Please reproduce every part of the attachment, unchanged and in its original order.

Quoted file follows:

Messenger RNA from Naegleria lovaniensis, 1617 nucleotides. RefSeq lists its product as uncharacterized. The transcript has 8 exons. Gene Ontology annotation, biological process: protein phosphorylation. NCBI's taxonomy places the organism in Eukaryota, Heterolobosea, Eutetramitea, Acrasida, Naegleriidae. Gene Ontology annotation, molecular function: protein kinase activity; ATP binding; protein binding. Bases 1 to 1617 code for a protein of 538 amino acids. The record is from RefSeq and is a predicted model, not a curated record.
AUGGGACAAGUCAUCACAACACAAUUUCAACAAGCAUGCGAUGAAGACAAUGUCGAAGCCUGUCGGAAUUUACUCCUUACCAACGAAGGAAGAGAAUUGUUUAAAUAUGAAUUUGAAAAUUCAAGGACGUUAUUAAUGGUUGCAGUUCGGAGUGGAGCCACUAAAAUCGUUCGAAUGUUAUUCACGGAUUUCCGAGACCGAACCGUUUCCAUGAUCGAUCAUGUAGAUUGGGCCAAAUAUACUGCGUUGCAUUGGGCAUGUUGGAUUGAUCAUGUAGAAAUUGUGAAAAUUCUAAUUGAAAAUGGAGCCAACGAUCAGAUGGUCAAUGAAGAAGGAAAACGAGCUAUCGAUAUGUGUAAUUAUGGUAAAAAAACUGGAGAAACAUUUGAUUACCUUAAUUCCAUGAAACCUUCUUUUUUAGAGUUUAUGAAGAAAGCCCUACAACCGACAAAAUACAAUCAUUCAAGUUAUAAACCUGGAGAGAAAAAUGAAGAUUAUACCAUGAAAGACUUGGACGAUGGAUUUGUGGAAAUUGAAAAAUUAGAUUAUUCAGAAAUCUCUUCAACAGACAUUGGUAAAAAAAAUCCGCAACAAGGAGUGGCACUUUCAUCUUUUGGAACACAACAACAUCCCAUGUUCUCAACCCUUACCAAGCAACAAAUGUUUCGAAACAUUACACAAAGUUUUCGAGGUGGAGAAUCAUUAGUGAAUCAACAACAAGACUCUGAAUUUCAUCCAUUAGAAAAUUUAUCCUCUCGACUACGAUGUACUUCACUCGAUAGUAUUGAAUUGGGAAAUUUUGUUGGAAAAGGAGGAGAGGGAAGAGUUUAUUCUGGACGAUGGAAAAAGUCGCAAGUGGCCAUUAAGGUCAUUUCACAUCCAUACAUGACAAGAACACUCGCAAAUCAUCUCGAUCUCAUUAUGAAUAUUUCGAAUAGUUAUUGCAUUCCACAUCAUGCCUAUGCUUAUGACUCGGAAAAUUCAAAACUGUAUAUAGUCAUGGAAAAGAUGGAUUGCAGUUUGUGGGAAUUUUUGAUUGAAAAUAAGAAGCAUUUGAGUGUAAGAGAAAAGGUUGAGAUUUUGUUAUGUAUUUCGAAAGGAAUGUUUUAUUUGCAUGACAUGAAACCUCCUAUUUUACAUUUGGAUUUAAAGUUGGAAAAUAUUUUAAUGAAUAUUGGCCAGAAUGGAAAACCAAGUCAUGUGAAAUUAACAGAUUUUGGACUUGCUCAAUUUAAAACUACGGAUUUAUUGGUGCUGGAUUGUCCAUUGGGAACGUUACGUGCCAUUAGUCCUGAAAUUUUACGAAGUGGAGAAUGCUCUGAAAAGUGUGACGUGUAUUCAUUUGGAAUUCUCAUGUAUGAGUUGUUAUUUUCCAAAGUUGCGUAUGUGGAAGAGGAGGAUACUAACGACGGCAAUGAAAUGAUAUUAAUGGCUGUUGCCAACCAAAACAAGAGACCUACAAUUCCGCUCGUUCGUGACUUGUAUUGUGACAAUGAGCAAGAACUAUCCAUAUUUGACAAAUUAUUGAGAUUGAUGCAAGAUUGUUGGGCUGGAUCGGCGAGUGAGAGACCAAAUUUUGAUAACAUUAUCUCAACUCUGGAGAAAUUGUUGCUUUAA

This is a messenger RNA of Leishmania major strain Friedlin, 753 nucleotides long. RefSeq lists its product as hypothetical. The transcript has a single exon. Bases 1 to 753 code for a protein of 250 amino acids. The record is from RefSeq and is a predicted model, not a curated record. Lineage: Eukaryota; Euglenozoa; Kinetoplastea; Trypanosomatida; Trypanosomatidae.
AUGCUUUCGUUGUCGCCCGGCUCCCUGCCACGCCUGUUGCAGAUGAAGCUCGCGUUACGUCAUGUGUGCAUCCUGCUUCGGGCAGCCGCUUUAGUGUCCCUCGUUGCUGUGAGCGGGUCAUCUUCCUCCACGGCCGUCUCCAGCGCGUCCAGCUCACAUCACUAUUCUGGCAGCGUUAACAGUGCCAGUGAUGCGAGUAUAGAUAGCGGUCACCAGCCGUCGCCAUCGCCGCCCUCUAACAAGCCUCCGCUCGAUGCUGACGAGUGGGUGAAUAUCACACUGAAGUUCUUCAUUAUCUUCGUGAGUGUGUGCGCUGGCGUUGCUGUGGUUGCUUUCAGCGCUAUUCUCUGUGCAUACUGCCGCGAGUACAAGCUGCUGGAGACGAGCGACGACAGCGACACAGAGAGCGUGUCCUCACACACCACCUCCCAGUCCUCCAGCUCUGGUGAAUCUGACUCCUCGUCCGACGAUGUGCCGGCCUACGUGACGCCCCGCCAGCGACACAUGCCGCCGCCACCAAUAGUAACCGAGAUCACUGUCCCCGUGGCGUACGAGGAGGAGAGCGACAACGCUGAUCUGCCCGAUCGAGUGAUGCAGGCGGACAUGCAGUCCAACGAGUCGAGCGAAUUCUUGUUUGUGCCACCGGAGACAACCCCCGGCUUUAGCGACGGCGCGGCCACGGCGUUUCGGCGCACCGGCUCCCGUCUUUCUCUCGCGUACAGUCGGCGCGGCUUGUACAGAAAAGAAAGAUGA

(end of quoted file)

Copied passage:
Messenger RNA from Naegleria lovaniensis, 1617 nucleotides. RefSeq lists its product as uncharacterized. The transcript has 8 exons. Gene Ontology annotation, biological process: protein phosphorylation. NCBI's taxonomy places the organism in Eukaryota, Heterolobosea, Eutetramitea, Acrasida, Naegleriidae. Gene Ontology annotation, molecular function: protein kinase activity; ATP binding; protein binding. Bases 1 to 1617 code for a protein of 538 amino acids. The record is from RefSeq and is a predicted model, not a curated record.
AUGGGACAAGUCAUCACAACACAAUUUCAACAAGCAUGCGAUGAAGACAAUGUCGAAGCCUGUCGGAAUUUACUCCUUACCAACGAAGGAAGAGAAUUGUUUAAAUAUGAAUUUGAAAAUUCAAGGACGUUAUUAAUGGUUGCAGUUCGGAGUGGAGCCACUAAAAUCGUUCGAAUGUUAUUCACGGAUUUCCGAGACCGAACCGUUUCCAUGAUCGAUCAUGUAGAUUGGGCCAAAUAUACUGCGUUGCAUUGGGCAUGUUGGAUUGAUCAUGUAGAAAUUGUGAAAAUUCUAAUUGAAAAUGGAGCCAACGAUCAGAUGGUCAAUGAAGAAGGAAAACGAGCUAUCGAUAUGUGUAAUUAUGGUAAAAAAACUGGAGAAACAUUUGAUUACCUUAAUUCCAUGAAACCUUCUUUUUUAGAGUUUAUGAAGAAAGCCCUACAACCGACAAAAUACAAUCAUUCAAGUUAUAAACCUGGAGAGAAAAAUGAAGAUUAUACCAUGAAAGACUUGGACGAUGGAUUUGUGGAAAUUGAAAAAUUAGAUUAUUCAGAAAUCUCUUCAACAGACAUUGGUAAAAAAAAUCCGCAACAAGGAGUGGCACUUUCAUCUUUUGGAACACAACAACAUCCCAUGUUCUCAACCCUUACCAAGCAACAAAUGUUUCGAAACAUUACACAAAGUUUUCGAGGUGGAGAAUCAUUAGUGAAUCAACAACAAGACUCUGAAUUUCAUCCAUUAGAAAAUUUAUCCUCUCGACUACGAUGUACUUCACUCGAUAGUAUUGAAUUGGGAAAUUUUGUUGGAAAAGGAGGAGAGGGAAGAGUUUAUUCUGGACGAUGGAAAAAGUCGCAAGUGGCCAUUAAGGUCAUUUCACAUCCAUACAUGACAAGAACACUCGCAAAUCAUCUCGAUCUCAUUAUGAAUAUUUCGAAUAGUUAUUGCAUUCCACAUCAUGCCUAUGCUUAUGACUCGGAAAAUUCAAAACUGUAUAUAGUCAUGGAAAAGAUGGAUUGCAGUUUGUGGGAAUUUUUGAUUGAAAAUAAGAAGCAUUUGAGUGUAAGAGAAAAGGUUGAGAUUUUGUUAUGUAUUUCGAAAGGAAUGUUUUAUUUGCAUGACAUGAAACCUCCUAUUUUACAUUUGGAUUUAAAGUUGGAAAAUAUUUUAAUGAAUAUUGGCCAGAAUGGAAAACCAAGUCAUGUGAAAUUAACAGAUUUUGGACUUGCUCAAUUUAAAACUACGGAUUUAUUGGUGCUGGAUUGUCCAUUGGGAACGUUACGUGCCAUUAGUCCUGAAAUUUUACGAAGUGGAGAAUGCUCUGAAAAGUGUGACGUGUAUUCAUUUGGAAUUCUCAUGUAUGAGUUGUUAUUUUCCAAAGUUGCGUAUGUGGAAGAGGAGGAUACUAACGACGGCAAUGAAAUGAUAUUAAUGGCUGUUGCCAACCAAAACAAGAGACCUACAAUUCCGCUCGUUCGUGACUUGUAUUGUGACAAUGAGCAAGAACUAUCCAUAUUUGACAAAUUAUUGAGAUUGAUGCAAGAUUGUUGGGCUGGAUCGGCGAGUGAGAGACCAAAUUUUGAUAACAUUAUCUCAACUCUGGAGAAAUUGUUGCUUUAA

This is a messenger RNA of Leishmania major strain Friedlin, 753 nucleotides long. RefSeq lists its product as hypothetical. The transcript has a single exon. Bases 1 to 753 code for a protein of 250 amino acids. The record is from RefSeq and is a predicted model, not a curated record. Lineage: Eukaryota; Euglenozoa; Kinetoplastea; Trypanosomatida; Trypanosomatidae.
AUGCUUUCGUUGUCGCCCGGCUCCCUGCCACGCCUGUUGCAGAUGAAGCUCGCGUUACGUCAUGUGUGCAUCCUGCUUCGGGCAGCCGCUUUAGUGUCCCUCGUUGCUGUGAGCGGGUCAUCUUCCUCCACGGCCGUCUCCAGCGCGUCCAGCUCACAUCACUAUUCUGGCAGCGUUAACAGUGCCAGUGAUGCGAGUAUAGAUAGCGGUCACCAGCCGUCGCCAUCGCCGCCCUCUAACAAGCCUCCGCUCGAUGCUGACGAGUGGGUGAAUAUCACACUGAAGUUCUUCAUUAUCUUCGUGAGUGUGUGCGCUGGCGUUGCUGUGGUUGCUUUCAGCGCUAUUCUCUGUGCAUACUGCCGCGAGUACAAGCUGCUGGAGACGAGCGACGACAGCGACACAGAGAGCGUGUCCUCACACACCACCUCCCAGUCCUCCAGCUCUGGUGAAUCUGACUCCUCGUCCGACGAUGUGCCGGCCUACGUGACGCCCCGCCAGCGACACAUGCCGCCGCCACCAAUAGUAACCGAGAUCACUGUCCCCGUGGCGUACGAGGAGGAGAGCGACAACGCUGAUCUGCCCGAUCGAGUGAUGCAGGCGGACAUGCAGUCCAACGAGUCGAGCGAAUUCUUGUUUGUGCCACCGGAGACAACCCCCGGCUUUAGCGACGGCGCGGCCACGGCGUUUCGGCGCACCGGCUCCCGUCUUUCUCUCGCGUACAGUCGGCGCGGCUUGUACAGAAAAGAAAGAUGA